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Dead World Resurrection: The Collected Zombie Short Stories of Joe McKinney

Book cover

Dead World Resurrection by Joe McKinney

I don’t read much which comes under the Horror heading and, frankly, enjoy less. However, I do like to browse collections of short stories from time to time and so I wasn’t to upset to find that I’d won a copy of Joe McKinney’s Dead World Resurrection from the LibraryThing Early Reviewers programme. I really had very little idea what to expect but at least with short stories you don’t have too many pages to turn before you can hope for a change of tack.

If I was being mean, I could say that the basic premise remains the same from beginning to end. McKinney’s zombies are afflicted by a fast-acting virus that, as far as I understand it, doesn’t exactly kill its victims but turns them into flesh-eating monsters who feel no pain and remorselessly seek out living flesh until they eventually fall apart or suffer massive cerebral trauma.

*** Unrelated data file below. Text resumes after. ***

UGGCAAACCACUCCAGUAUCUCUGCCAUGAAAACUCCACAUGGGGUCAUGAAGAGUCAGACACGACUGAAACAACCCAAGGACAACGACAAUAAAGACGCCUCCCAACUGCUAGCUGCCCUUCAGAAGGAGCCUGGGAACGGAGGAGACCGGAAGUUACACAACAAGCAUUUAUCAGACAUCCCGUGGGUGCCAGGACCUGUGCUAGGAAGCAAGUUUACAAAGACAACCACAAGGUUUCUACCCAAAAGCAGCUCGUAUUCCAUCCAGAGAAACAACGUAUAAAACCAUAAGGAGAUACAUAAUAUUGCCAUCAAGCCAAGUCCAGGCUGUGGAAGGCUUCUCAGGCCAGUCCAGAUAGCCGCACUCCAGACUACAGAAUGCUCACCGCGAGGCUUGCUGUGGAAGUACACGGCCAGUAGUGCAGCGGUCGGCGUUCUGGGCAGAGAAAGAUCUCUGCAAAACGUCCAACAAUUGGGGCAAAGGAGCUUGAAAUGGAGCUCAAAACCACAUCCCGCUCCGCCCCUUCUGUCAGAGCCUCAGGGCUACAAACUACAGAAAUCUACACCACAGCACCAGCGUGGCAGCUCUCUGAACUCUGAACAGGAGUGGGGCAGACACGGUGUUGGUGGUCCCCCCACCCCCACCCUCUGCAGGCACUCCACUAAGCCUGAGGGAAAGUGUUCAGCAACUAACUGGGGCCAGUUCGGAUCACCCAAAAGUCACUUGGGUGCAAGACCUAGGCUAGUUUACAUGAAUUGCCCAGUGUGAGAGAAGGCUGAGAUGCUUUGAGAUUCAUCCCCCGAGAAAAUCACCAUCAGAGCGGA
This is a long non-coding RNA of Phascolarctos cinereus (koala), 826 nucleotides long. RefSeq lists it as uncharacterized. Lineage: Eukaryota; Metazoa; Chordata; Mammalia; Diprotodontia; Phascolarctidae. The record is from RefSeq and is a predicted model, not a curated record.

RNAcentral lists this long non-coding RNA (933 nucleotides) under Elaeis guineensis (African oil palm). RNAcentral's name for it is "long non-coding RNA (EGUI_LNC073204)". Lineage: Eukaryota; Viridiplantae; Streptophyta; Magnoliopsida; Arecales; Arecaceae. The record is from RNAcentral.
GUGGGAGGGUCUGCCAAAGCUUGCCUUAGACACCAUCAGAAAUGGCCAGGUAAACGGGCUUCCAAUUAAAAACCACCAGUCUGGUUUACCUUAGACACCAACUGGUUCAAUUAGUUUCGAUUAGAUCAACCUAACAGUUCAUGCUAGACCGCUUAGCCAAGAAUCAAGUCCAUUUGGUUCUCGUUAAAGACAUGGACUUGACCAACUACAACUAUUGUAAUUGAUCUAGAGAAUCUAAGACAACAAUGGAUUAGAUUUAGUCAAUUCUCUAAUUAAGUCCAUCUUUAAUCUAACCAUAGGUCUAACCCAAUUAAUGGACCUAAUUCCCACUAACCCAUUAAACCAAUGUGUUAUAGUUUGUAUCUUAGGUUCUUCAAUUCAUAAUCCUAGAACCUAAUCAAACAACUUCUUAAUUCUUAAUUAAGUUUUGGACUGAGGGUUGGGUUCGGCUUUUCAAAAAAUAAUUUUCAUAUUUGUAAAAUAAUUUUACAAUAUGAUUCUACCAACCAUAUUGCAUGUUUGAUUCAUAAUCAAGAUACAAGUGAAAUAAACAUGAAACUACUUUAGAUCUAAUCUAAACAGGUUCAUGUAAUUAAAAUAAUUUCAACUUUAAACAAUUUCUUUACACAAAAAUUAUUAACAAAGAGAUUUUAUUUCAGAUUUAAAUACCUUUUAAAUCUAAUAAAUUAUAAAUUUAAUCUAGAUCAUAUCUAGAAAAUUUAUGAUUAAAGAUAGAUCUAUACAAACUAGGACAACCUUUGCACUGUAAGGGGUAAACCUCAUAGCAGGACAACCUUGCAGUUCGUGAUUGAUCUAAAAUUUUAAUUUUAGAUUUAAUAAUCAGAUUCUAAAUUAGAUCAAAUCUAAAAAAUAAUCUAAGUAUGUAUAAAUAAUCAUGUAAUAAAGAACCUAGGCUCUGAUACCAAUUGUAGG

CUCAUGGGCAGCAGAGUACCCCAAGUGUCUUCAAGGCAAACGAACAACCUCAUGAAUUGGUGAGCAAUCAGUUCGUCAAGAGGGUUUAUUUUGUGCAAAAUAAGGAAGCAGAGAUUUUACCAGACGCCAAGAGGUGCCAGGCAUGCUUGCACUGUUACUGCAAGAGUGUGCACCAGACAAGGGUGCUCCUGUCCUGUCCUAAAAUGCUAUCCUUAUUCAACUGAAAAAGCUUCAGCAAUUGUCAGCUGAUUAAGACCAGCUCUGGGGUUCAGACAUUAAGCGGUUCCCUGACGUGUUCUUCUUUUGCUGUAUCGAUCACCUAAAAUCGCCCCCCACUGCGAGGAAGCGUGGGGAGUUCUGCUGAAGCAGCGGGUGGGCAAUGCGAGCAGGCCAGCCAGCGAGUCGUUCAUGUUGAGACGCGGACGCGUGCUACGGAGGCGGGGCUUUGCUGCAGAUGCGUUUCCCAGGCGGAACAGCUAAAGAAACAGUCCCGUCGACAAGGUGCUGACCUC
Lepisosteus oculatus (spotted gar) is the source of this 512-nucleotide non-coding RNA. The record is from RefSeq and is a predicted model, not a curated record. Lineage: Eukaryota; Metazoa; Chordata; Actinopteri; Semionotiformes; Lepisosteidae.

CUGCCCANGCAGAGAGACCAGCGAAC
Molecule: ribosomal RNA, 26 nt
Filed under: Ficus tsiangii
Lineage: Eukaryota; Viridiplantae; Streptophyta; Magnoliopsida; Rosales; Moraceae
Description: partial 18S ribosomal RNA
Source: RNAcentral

That would be selling the book a long way short though, like saying James Hill or Jake Shimabukuro just play the ukulele (a few minutes hunting down videos of either of those two will show you just how inadequate that would be). McKinney works within a limitation and throws a whole series of unexpected twists so that, by the end of the stories, I was ready for some more. His day zero event is massive flooding of Houston, TX, bringing in a stream of infected water from the Caribbean which quickly leads to a global epidemic. However, he spans past and future and a whole host of characters, some loveable, some herioc and some tragic but all richly alive (well, at least at the start of stories).

It probably wouldn’t give too much away to say that most of the stories have reasonably happy endings, as much as can be the case in a world that doesn’t look set to find a proper solution to the problem. The highlight for me was probably the chapter where McKinney imagines (or pretends to imagine – he is writing fiction but it remains poignant) how he and his family would cope if his scenario really did occur.

I get the impression that Joe McKinney has written a fair amount and most of it around the zombie theme; it is a mark of how impressed I am with this collection that I’m keen to search some more out.

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